# Quiz

Question 1: What are the advantages of diversification among products, or even among mathematical models?

Question 2: If you add risk and curvature what do you get? Question 3: If you increase volatility what happens to the value of an option?

Question 4: If you use ten different volatility models to value an option and they all give you very similar values, what can you say about volatility risk?

Question 5: One apple costs 50p, how much will 100 apples cost you?

# Lesson 1: Lack of Diversification

One of the first lessons in any course on quantitative finance will be about portfolio construction and the benefits of diversification, how to maximize expected return for a given level of risk. If assets are not correlated then as you add more and more of them to your portfolio you can maintain a decent expected return and reduce your risk asymptotically to zero. (Risk falls off like the inverse square root of the number of different uncorrelated assets.) Colloquially, we say don t put all your eggs into one basket.

Of course, that s only theory. In practice there are many reasons why things don t work out so nicely. Correlations never behave as they should, the relationship between two assets can never be captured by a single scalar quantity. We'll save detailed discussion of correlation for later in the chapter! For the moment I m more worried about people or banks not even attempting to diversify.

Part of the problem with current mechanisms for compensation is that people are encouraged to not diversify. I don t mean 'not encouraged to, I do mean 'encouraged to not.

Example It's your first day as a trader in a bank. You're fresh out of an Ivy League Masters programme. You're keen and eager, you want to do the best you can in your new job, you want to impress your employer and make your family proud. So, what do you trade? What strategies should you adopt? Having been well educated in theoretical finance you know that it s important to diversify, that by diversifying you can increase expected return and decrease your risk. Let s put that into practice.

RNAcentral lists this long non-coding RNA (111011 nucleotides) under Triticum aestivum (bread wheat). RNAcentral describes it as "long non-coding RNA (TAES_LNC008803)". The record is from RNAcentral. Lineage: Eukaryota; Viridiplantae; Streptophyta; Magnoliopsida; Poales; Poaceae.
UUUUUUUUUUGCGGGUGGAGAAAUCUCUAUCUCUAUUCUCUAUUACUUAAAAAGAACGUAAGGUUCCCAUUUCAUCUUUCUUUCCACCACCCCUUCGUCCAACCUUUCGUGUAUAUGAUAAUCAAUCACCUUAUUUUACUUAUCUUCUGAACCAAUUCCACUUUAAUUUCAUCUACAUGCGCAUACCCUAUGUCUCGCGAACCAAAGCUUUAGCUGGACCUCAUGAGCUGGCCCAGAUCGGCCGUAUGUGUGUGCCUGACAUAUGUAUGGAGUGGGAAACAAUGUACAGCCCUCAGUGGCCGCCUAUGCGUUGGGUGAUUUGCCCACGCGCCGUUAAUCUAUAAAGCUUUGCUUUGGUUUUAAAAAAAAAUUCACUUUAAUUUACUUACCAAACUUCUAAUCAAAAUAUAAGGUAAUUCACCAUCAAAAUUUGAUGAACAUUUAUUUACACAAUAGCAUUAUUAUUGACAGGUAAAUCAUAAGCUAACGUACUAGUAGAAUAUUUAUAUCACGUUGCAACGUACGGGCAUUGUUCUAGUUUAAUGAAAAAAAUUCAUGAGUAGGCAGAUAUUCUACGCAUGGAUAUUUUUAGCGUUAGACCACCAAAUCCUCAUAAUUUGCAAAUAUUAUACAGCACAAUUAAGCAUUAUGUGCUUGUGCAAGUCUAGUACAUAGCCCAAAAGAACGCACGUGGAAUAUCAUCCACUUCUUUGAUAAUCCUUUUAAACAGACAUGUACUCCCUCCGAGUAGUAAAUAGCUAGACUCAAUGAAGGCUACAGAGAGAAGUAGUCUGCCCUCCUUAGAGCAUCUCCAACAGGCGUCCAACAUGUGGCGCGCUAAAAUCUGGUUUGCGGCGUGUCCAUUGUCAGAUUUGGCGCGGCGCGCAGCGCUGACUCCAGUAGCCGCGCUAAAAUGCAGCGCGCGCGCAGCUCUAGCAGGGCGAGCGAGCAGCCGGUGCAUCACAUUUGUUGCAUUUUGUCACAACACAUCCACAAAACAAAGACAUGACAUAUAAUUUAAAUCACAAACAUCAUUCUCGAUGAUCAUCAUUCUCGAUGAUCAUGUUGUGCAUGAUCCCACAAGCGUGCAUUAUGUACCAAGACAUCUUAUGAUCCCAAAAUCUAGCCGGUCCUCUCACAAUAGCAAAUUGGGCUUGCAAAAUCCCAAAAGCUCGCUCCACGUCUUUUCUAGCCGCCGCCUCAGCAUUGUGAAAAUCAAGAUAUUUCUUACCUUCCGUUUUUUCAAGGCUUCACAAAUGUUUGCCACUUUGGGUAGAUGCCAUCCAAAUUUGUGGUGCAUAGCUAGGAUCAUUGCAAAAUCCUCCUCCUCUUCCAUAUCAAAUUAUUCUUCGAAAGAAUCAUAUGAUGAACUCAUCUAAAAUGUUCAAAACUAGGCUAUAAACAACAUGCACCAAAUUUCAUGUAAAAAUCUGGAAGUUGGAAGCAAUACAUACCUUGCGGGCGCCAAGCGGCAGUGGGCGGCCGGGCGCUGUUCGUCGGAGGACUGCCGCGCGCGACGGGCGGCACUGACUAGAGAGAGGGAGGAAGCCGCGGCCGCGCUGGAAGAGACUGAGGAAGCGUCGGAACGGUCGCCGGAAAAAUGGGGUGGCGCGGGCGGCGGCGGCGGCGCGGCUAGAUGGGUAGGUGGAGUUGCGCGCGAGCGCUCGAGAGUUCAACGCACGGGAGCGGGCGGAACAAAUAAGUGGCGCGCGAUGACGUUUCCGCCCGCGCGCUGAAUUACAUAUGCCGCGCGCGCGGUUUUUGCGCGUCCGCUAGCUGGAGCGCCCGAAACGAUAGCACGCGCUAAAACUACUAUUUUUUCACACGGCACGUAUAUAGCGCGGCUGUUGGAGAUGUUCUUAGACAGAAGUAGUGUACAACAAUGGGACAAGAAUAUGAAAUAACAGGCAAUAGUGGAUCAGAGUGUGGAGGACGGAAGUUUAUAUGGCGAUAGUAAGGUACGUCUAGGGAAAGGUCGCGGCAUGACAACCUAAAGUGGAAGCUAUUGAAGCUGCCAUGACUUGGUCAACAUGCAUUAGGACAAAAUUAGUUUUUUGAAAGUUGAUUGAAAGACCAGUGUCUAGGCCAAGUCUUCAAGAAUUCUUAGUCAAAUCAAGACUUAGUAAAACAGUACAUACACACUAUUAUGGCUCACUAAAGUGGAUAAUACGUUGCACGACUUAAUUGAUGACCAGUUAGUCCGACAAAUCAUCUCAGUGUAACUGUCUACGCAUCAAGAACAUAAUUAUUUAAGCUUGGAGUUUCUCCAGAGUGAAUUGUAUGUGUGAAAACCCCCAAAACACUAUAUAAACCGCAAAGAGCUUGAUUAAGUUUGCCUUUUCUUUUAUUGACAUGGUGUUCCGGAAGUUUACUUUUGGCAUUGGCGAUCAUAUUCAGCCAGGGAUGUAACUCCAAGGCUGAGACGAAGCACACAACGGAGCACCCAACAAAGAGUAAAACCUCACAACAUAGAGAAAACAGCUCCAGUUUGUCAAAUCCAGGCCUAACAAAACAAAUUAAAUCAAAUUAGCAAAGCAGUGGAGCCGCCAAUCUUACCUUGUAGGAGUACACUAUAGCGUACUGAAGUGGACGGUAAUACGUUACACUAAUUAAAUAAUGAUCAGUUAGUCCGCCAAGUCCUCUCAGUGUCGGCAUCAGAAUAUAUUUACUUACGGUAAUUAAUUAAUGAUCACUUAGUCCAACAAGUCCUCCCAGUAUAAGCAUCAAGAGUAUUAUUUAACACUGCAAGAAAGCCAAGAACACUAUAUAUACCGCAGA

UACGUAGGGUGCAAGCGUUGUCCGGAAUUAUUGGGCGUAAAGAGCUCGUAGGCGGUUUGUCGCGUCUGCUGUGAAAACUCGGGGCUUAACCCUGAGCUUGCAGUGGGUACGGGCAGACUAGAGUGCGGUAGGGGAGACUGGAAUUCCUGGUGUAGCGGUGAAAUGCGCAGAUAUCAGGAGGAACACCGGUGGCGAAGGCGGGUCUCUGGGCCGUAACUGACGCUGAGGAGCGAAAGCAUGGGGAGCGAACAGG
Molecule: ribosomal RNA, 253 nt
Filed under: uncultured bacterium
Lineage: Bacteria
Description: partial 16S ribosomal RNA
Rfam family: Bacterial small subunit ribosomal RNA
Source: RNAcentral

Let s suppose that you have the freedom to trade whatever you like. Would you make the same trades as others around you? You look around and see that a certain trade is popular, should you copy this or do something 'uncorrelated ? Suppose that you choose the uncorrelated trade. Several things can happen, let s look at a couple of possibilities. First, you lose while all around are raking it in. Not necessarily your fault, maybe just a stat-arb strategy that was unlucky, next month will probably be better. Tough, you don t have a month, you are taking up valuable desk space, space better given to those people making the money. You're fired. But what if the opposite happens? You make money while all the others with their popular trade are losing it. Couldn't be better, right? Sadly, the others have lost so much money that there isn't going to be a bonus this year. Your relatively tiny profit hardly begins to fill in the hole made by the others. You certainly won t be getting any bonus, no one will. If you are lucky you get to keep your job this time. As Keynes said, 'It is better to fail conventionally than to succeed unconventionally.

There is no incentive to diversify while you are playing with

OPM (Other People s Money).

Example Exactly the same as above but replace 'trades' with 'models. There is also no incentive to use different models from everyone else, even if yours are better.

The problem is in the way that bank employees are rewarded by gambling with OPM, the compensation system that rewards excessive risk taking and punishes diversification. Diversification is not rewarded.